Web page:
What industries are they in?

This year’s top industries continue to be software, fintech and health care, representing 33% of all companies founded. The top industries by raise amount are also fintech, health care and software, totaling $17.2 billion of capital raised. Agtech has the highest median raise. Top industries have remained relatively the same since last year, with the exception of cybersecurity and marketplace entering the top.

Charts showing industries and the total number of companies and capital raised in each industry by Black and Latine founders

Where are these companies headquartered?

Similar to the overall venture landscape, 58% of company headquarters are in California and New York. However, California and New York represent 63% of funding, with California-based companies representing 43% of total funding. There is, however, still a large concentration of founders in Florida. Companies in Louisiana, Wisconsin and Minnesota have the highest median raises of between $22 million and $24 million.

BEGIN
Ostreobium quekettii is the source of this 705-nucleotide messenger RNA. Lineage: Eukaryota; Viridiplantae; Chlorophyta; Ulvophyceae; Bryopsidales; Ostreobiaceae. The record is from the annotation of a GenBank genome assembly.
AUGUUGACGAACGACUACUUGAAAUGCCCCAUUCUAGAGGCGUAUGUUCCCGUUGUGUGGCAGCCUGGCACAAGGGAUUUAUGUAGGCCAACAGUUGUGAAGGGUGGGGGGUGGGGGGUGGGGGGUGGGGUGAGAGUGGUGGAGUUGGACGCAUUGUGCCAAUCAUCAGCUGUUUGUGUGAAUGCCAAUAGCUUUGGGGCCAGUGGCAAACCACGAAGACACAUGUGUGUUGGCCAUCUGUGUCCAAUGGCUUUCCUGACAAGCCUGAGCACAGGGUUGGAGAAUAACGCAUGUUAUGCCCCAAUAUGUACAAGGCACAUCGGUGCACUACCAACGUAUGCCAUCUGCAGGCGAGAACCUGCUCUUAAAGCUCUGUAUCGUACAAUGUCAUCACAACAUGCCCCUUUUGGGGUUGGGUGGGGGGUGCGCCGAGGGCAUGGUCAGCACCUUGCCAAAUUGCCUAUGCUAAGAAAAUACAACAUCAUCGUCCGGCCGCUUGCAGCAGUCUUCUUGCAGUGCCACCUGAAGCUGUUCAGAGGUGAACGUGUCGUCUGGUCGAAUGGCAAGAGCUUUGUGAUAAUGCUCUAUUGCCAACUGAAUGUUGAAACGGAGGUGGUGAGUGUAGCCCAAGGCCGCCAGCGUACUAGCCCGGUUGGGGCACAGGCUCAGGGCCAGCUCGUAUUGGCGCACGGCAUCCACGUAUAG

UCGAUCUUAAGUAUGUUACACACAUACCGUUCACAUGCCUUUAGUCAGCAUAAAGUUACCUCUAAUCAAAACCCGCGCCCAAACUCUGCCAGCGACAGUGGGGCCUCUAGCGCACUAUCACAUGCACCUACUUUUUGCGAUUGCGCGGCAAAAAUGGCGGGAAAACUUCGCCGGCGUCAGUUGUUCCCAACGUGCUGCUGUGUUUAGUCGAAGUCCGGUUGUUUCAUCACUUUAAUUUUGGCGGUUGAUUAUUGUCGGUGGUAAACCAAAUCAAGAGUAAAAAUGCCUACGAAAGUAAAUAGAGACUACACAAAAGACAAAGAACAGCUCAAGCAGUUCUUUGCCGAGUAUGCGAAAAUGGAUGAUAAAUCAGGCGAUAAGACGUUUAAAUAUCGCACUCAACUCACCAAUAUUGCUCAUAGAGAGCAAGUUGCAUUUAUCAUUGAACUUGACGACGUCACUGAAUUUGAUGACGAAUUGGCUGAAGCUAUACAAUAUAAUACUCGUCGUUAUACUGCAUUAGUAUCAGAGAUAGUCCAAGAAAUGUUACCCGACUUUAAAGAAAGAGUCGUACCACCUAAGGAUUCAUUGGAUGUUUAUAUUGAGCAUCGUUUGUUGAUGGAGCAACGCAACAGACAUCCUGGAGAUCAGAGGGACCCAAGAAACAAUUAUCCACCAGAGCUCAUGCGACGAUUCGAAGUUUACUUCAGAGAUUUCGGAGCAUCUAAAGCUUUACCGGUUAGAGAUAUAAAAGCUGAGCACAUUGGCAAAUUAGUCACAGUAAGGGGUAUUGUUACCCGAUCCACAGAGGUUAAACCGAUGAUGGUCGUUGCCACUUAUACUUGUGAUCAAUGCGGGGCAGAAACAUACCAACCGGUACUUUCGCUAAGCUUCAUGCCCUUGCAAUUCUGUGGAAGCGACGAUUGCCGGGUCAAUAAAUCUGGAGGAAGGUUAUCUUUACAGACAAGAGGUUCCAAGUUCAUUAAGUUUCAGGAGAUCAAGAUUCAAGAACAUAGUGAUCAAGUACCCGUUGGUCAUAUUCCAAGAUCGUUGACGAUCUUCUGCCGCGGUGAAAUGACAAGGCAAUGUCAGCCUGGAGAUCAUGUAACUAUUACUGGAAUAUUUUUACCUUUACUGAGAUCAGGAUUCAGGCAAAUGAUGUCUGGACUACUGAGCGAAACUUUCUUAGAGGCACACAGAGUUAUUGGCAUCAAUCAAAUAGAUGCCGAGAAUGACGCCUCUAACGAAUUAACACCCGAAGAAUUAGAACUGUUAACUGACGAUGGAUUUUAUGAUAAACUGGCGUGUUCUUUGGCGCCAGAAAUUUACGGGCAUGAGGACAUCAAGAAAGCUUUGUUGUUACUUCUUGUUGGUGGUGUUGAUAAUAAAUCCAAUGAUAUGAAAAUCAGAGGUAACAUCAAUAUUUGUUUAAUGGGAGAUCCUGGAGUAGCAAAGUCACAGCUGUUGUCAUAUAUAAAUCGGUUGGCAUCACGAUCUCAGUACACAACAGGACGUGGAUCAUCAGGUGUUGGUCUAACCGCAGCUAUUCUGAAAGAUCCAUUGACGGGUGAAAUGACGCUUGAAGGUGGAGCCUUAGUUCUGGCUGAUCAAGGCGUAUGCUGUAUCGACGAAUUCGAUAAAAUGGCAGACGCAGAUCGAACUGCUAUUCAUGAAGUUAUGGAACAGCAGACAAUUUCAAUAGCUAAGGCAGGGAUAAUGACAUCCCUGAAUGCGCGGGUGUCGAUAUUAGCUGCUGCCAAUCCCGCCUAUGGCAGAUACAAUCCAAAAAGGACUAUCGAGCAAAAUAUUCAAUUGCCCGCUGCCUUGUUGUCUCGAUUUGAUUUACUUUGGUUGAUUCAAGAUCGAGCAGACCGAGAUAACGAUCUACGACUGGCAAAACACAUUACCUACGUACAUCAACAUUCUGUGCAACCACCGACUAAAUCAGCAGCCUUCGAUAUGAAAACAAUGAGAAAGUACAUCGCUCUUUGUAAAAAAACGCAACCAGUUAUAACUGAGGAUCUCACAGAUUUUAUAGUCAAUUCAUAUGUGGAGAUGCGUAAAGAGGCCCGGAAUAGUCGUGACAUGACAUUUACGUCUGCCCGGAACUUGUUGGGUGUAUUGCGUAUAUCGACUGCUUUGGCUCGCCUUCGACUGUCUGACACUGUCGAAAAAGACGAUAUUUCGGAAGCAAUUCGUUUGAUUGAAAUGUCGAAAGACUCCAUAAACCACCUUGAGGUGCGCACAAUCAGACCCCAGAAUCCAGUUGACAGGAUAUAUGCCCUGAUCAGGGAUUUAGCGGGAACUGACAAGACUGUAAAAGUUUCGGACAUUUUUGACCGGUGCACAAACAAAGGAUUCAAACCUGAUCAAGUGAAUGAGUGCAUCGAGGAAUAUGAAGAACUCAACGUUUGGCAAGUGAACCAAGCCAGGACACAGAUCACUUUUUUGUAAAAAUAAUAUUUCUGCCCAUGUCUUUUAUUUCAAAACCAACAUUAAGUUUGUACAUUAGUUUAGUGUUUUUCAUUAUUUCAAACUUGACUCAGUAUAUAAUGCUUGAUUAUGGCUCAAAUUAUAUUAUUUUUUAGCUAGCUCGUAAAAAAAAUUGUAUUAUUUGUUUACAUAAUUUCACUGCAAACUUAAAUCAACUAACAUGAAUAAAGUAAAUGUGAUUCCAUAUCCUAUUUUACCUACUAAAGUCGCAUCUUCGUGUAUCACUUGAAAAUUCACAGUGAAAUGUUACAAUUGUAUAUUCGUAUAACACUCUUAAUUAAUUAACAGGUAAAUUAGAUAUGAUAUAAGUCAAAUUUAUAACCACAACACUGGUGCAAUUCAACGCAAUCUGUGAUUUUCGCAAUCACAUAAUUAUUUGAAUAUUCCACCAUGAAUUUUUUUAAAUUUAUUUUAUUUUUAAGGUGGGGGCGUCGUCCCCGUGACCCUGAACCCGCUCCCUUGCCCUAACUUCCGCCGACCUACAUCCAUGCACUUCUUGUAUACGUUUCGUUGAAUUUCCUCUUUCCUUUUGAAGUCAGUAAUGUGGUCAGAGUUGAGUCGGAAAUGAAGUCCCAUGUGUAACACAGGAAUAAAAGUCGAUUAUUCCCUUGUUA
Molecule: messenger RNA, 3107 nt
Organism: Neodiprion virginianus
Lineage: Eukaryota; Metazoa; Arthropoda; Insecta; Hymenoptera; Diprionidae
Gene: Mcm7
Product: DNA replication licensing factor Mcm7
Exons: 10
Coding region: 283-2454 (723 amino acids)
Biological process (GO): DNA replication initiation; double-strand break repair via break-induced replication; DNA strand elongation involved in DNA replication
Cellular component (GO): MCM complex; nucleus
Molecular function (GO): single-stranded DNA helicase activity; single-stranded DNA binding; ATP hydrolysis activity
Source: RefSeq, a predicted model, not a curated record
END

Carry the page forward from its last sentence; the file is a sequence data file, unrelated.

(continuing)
Chart showing where Black and Latine-led companies are headquartered and total capital raised in each location

Who are their investors?

Our report includes over 5,000 investors across the 1,128 companies. Leading the pack are 20 investors who have made 25-plus investments and represent 864 investments total. The list includes different types of VC funds including accelerators, diverse-led and diversity-focused funds, corporate venture arms, and more.

10 investors who have made 25-plus investments in Black and Lartine-founded companies
10 investors who have made 25-plus investments in Black and Lartine-founded companies

What are founders and investors saying?

This year we had the pleasure of including one unicorn founder and three investors in our report. We did this to supplement the quantitative data with some qualitative insights from those most tapped into the diversity ecosystem.

Wemimo Abbey, co-founder and co-CEO of Esusu, on raising capital:

Wemimo Abbey, co-founder and co-CEO of Esusu headshot